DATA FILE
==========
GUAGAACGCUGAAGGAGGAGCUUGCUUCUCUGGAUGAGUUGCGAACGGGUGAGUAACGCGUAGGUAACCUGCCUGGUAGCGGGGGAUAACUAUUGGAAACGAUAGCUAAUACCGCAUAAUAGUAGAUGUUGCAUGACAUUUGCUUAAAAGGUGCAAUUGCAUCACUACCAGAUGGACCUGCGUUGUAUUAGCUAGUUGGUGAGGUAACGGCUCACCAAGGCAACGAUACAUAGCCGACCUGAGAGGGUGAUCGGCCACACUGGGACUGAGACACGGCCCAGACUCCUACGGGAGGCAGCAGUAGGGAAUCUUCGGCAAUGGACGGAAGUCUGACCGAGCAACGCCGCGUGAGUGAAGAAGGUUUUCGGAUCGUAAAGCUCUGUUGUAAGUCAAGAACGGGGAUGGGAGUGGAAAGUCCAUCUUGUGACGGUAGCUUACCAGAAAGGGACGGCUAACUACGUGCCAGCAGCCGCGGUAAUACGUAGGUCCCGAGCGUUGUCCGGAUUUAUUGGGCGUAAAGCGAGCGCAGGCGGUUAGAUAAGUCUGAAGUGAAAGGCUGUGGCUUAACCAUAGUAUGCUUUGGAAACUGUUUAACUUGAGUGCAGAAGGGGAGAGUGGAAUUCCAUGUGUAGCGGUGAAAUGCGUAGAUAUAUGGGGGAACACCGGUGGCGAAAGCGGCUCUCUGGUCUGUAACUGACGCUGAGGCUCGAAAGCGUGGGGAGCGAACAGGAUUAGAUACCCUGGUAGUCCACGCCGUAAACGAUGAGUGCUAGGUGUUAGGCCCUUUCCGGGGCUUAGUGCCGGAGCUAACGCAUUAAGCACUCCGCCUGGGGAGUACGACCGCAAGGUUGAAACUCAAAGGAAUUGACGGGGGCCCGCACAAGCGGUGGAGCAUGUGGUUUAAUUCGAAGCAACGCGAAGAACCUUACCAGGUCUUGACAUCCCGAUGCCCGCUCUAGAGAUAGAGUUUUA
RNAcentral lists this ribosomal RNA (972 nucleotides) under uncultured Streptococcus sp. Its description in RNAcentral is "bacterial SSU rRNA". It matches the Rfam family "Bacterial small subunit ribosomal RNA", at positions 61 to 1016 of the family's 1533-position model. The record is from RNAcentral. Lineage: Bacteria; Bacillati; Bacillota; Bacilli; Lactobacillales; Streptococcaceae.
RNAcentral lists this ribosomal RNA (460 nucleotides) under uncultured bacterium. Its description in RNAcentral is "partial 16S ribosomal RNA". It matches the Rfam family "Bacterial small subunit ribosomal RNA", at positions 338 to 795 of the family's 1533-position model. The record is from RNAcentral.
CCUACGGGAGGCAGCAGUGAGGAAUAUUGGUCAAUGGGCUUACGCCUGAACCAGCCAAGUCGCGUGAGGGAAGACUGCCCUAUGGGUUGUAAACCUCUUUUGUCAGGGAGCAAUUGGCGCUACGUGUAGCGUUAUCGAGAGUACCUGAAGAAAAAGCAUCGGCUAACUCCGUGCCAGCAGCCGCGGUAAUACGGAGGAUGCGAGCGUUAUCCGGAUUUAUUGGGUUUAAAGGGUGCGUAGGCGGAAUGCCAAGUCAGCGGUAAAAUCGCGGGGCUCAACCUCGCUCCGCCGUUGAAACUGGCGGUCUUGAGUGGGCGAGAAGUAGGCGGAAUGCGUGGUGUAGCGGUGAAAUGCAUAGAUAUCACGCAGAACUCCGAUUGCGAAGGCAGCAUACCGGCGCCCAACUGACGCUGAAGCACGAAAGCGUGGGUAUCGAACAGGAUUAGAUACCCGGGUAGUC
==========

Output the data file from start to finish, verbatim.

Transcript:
GUAGAACGCUGAAGGAGGAGCUUGCUUCUCUGGAUGAGUUGCGAACGGGUGAGUAACGCGUAGGUAACCUGCCUGGUAGCGGGGGAUAACUAUUGGAAACGAUAGCUAAUACCGCAUAAUAGUAGAUGUUGCAUGACAUUUGCUUAAAAGGUGCAAUUGCAUCACUACCAGAUGGACCUGCGUUGUAUUAGCUAGUUGGUGAGGUAACGGCUCACCAAGGCAACGAUACAUAGCCGACCUGAGAGGGUGAUCGGCCACACUGGGACUGAGACACGGCCCAGACUCCUACGGGAGGCAGCAGUAGGGAAUCUUCGGCAAUGGACGGAAGUCUGACCGAGCAACGCCGCGUGAGUGAAGAAGGUUUUCGGAUCGUAAAGCUCUGUUGUAAGUCAAGAACGGGGAUGGGAGUGGAAAGUCCAUCUUGUGACGGUAGCUUACCAGAAAGGGACGGCUAACUACGUGCCAGCAGCCGCGGUAAUACGUAGGUCCCGAGCGUUGUCCGGAUUUAUUGGGCGUAAAGCGAGCGCAGGCGGUUAGAUAAGUCUGAAGUGAAAGGCUGUGGCUUAACCAUAGUAUGCUUUGGAAACUGUUUAACUUGAGUGCAGAAGGGGAGAGUGGAAUUCCAUGUGUAGCGGUGAAAUGCGUAGAUAUAUGGGGGAACACCGGUGGCGAAAGCGGCUCUCUGGUCUGUAACUGACGCUGAGGCUCGAAAGCGUGGGGAGCGAACAGGAUUAGAUACCCUGGUAGUCCACGCCGUAAACGAUGAGUGCUAGGUGUUAGGCCCUUUCCGGGGCUUAGUGCCGGAGCUAACGCAUUAAGCACUCCGCCUGGGGAGUACGACCGCAAGGUUGAAACUCAAAGGAAUUGACGGGGGCCCGCACAAGCGGUGGAGCAUGUGGUUUAAUUCGAAGCAACGCGAAGAACCUUACCAGGUCUUGACAUCCCGAUGCCCGCUCUAGAGAUAGAGUUUUA
RNAcentral lists this ribosomal RNA (972 nucleotides) under uncultured Streptococcus sp. Its description in RNAcentral is "bacterial SSU rRNA". It matches the Rfam family "Bacterial small subunit ribosomal RNA", at positions 61 to 1016 of the family's 1533-position model. The record is from RNAcentral. Lineage: Bacteria; Bacillati; Bacillota; Bacilli; Lactobacillales; Streptococcaceae.
RNAcentral lists this ribosomal RNA (460 nucleotides) under uncultured bacterium. Its description in RNAcentral is "partial 16S ribosomal RNA". It matches the Rfam family "Bacterial small subunit ribosomal RNA", at positions 338 to 795 of the family's 1533-position model. The record is from RNAcentral.
CCUACGGGAGGCAGCAGUGAGGAAUAUUGGUCAAUGGGCUUACGCCUGAACCAGCCAAGUCGCGUGAGGGAAGACUGCCCUAUGGGUUGUAAACCUCUUUUGUCAGGGAGCAAUUGGCGCUACGUGUAGCGUUAUCGAGAGUACCUGAAGAAAAAGCAUCGGCUAACUCCGUGCCAGCAGCCGCGGUAAUACGGAGGAUGCGAGCGUUAUCCGGAUUUAUUGGGUUUAAAGGGUGCGUAGGCGGAAUGCCAAGUCAGCGGUAAAAUCGCGGGGCUCAACCUCGCUCCGCCGUUGAAACUGGCGGUCUUGAGUGGGCGAGAAGUAGGCGGAAUGCGUGGUGUAGCGGUGAAAUGCAUAGAUAUCACGCAGAACUCCGAUUGCGAAGGCAGCAUACCGGCGCCCAACUGACGCUGAAGCACGAAAGCGUGGGUAUCGAACAGGAUUAGAUACCCGGGUAGUC